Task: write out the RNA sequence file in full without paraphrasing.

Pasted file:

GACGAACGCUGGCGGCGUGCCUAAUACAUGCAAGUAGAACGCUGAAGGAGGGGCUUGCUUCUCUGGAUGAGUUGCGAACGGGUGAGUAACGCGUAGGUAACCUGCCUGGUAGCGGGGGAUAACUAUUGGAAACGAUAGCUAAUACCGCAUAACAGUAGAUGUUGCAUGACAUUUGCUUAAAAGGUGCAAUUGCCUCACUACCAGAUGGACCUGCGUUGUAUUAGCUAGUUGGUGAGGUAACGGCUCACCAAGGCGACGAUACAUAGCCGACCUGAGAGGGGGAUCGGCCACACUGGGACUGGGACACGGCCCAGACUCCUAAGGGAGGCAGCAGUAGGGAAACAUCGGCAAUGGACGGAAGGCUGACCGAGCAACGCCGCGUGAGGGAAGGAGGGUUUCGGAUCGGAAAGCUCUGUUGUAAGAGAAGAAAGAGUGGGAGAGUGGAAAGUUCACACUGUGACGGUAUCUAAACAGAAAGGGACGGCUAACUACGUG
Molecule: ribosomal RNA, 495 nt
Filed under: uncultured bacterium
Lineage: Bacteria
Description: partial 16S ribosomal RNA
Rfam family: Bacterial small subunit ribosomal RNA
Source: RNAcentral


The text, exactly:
GACGAACGCUGGCGGCGUGCCUAAUACAUGCAAGUAGAACGCUGAAGGAGGGGCUUGCUUCUCUGGAUGAGUUGCGAACGGGUGAGUAACGCGUAGGUAACCUGCCUGGUAGCGGGGGAUAACUAUUGGAAACGAUAGCUAAUACCGCAUAACAGUAGAUGUUGCAUGACAUUUGCUUAAAAGGUGCAAUUGCCUCACUACCAGAUGGACCUGCGUUGUAUUAGCUAGUUGGUGAGGUAACGGCUCACCAAGGCGACGAUACAUAGCCGACCUGAGAGGGGGAUCGGCCACACUGGGACUGGGACACGGCCCAGACUCCUAAGGGAGGCAGCAGUAGGGAAACAUCGGCAAUGGACGGAAGGCUGACCGAGCAACGCCGCGUGAGGGAAGGAGGGUUUCGGAUCGGAAAGCUCUGUUGUAAGAGAAGAAAGAGUGGGAGAGUGGAAAGUUCACACUGUGACGGUAUCUAAACAGAAAGGGACGGCUAACUACGUG
Molecule: ribosomal RNA, 495 nt
Filed under: uncultured bacterium
Lineage: Bacteria
Description: partial 16S ribosomal RNA
Rfam family: Bacterial small subunit ribosomal RNA
Source: RNAcentral